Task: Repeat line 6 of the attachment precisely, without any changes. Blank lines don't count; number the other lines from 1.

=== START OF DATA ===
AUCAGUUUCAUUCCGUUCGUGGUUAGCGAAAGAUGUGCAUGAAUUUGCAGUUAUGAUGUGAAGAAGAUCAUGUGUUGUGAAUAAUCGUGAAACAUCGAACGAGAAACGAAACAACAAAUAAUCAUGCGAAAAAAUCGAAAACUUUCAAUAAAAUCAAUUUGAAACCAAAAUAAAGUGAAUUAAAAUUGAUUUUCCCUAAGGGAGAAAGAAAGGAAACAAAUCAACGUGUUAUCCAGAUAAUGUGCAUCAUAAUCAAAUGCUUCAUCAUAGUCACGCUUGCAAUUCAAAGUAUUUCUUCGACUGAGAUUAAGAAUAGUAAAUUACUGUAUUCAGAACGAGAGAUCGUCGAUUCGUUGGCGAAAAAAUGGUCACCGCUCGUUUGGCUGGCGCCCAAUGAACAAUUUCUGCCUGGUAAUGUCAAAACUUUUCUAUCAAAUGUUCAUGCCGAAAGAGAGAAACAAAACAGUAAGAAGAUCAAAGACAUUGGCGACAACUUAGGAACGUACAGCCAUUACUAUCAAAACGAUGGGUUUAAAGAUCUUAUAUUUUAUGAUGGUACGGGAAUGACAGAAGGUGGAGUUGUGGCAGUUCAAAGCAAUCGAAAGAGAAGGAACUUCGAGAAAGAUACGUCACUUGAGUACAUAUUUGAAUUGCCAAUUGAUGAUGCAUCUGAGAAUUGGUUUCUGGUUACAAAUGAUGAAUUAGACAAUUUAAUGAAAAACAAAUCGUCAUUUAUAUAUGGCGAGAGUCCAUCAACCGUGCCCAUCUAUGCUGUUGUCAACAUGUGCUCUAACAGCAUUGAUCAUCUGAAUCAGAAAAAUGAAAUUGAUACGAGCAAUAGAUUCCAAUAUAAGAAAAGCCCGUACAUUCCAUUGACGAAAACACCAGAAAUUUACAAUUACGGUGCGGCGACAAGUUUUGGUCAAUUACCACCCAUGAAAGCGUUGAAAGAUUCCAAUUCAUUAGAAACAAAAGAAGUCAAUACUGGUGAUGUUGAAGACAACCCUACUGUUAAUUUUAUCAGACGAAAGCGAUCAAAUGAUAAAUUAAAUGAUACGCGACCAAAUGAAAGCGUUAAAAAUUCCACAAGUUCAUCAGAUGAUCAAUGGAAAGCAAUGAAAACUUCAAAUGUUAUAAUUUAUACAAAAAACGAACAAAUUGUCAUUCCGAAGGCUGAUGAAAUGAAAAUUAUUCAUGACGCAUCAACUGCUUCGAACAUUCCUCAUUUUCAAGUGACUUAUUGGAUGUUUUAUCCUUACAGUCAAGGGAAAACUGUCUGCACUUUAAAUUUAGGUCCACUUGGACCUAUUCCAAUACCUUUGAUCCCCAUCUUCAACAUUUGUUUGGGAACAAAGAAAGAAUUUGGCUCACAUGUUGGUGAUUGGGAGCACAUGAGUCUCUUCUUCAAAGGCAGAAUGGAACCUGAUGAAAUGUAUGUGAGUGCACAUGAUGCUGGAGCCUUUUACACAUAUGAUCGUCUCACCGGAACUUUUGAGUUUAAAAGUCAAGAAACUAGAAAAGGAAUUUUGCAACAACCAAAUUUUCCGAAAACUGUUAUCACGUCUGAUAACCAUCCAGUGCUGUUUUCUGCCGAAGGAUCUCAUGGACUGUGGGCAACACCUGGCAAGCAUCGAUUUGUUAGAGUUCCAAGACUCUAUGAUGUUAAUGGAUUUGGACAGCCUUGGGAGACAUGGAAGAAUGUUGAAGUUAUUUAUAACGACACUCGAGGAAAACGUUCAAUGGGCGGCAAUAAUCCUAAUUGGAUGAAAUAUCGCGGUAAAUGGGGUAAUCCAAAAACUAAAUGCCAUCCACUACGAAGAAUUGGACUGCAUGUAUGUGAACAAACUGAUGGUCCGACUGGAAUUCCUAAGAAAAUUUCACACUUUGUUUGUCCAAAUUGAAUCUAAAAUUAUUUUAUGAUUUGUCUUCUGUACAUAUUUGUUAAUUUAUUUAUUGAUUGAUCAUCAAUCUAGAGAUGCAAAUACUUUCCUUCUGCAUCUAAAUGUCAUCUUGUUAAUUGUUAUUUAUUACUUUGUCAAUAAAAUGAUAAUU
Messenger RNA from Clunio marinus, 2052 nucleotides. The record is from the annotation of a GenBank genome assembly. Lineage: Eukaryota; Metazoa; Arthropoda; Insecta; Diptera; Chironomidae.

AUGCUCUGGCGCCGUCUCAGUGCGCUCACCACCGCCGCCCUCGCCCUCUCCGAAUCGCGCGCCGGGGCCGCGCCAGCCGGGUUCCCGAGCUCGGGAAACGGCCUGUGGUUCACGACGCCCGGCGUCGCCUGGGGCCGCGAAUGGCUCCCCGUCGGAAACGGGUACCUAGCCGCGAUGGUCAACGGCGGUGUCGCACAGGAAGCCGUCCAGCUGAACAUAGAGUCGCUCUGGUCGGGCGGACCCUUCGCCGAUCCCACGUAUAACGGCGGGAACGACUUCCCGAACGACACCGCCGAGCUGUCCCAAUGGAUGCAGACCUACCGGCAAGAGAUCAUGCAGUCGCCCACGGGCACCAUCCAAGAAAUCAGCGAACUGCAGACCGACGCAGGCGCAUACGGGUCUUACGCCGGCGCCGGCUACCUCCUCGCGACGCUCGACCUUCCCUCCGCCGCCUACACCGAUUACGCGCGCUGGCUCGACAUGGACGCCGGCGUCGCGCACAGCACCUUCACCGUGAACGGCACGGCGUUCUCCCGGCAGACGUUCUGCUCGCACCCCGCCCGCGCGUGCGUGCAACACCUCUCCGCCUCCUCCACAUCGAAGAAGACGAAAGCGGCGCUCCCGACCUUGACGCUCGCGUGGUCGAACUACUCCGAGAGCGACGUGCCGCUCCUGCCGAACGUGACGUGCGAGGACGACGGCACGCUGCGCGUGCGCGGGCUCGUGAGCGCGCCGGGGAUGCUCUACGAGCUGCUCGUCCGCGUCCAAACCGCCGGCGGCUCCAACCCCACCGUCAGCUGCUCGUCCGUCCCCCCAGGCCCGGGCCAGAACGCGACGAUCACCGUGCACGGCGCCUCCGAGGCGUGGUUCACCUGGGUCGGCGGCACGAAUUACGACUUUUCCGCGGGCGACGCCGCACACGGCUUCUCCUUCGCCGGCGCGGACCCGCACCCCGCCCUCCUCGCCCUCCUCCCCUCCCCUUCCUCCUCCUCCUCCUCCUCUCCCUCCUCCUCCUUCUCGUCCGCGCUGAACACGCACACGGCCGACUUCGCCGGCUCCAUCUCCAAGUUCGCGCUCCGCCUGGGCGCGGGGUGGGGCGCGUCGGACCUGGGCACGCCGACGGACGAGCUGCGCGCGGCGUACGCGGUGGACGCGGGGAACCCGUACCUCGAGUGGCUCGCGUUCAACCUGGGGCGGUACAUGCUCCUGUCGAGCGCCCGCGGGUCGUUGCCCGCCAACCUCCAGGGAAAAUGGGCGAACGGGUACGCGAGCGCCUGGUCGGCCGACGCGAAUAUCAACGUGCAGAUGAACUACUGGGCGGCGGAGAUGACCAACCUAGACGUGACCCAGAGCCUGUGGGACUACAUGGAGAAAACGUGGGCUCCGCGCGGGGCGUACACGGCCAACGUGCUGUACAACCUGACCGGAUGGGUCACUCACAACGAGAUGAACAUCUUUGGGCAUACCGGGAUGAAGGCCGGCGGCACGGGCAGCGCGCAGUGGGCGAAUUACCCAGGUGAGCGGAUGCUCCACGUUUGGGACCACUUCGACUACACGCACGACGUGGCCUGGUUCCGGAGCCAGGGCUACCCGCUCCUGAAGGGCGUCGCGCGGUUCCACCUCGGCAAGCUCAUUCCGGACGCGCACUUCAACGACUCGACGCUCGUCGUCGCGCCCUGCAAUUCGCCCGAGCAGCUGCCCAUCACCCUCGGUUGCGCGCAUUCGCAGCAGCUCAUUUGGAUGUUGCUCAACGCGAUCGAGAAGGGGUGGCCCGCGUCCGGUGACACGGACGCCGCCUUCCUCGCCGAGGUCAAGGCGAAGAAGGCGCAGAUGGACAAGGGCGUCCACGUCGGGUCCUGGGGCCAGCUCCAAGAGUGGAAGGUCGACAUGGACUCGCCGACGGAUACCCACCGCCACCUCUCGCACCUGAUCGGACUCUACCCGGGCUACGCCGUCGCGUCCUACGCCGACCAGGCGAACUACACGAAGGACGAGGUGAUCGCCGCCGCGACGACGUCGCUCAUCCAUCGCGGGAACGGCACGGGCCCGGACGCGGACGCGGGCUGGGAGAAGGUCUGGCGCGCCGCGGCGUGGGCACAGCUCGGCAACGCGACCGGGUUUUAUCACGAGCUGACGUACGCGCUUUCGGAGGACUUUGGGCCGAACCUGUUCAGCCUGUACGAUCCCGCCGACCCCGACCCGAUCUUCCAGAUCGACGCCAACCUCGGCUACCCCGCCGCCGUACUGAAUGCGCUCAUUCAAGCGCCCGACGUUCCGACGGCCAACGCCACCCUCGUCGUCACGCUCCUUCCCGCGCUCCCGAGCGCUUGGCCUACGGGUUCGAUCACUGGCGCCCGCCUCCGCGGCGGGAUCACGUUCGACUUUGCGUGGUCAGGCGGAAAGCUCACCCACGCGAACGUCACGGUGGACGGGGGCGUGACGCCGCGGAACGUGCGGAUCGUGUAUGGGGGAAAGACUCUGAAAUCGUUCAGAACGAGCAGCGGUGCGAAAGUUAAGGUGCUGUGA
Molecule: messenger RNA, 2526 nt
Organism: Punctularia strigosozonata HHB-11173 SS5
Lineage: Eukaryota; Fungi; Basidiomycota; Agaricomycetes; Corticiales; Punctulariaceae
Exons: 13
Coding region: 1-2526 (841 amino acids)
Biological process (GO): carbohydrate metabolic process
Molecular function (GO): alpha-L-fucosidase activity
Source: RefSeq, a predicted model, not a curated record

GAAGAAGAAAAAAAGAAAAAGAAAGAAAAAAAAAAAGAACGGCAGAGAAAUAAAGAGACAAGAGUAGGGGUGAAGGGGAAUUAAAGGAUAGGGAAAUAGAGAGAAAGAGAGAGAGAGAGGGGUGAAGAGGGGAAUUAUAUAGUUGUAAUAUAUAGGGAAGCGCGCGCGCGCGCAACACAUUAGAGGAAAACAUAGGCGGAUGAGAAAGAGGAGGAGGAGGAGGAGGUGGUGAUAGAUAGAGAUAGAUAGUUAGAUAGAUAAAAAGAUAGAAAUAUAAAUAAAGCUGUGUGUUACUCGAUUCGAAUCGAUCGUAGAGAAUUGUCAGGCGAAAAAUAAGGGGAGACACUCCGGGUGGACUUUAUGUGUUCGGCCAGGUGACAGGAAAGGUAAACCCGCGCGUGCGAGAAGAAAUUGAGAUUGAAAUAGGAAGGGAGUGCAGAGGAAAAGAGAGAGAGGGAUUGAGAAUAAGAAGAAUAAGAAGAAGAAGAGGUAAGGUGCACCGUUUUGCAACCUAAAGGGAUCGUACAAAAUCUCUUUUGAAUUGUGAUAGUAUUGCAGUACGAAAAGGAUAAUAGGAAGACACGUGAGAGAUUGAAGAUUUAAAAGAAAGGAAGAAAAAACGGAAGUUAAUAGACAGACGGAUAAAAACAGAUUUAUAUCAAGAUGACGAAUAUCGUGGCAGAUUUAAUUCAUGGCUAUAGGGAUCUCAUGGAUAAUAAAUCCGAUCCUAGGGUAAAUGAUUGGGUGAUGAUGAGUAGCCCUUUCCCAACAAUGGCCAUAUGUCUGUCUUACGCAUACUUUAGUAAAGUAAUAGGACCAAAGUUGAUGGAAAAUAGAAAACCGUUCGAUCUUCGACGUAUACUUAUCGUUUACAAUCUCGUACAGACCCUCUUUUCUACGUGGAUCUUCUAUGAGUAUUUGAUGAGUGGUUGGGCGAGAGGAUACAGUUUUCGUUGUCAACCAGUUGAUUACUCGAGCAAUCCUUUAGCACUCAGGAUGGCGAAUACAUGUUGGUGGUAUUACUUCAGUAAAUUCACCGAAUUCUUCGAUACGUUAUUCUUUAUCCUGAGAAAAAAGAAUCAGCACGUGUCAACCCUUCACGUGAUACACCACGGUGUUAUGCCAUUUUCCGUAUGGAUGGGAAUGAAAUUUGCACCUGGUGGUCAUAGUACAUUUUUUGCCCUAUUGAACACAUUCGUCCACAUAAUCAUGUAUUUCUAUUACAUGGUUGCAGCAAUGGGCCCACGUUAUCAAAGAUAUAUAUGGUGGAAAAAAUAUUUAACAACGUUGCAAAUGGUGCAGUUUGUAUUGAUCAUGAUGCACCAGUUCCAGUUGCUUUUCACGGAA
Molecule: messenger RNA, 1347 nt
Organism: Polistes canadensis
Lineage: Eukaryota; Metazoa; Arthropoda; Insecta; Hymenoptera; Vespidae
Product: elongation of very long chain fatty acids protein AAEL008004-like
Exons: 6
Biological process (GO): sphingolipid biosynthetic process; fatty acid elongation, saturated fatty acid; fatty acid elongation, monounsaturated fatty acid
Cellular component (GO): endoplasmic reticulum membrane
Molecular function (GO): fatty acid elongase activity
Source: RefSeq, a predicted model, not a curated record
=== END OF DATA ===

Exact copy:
Lineage: Eukaryota; Fungi; Basidiomycota; Agaricomycetes; Corticiales; Punctulariaceae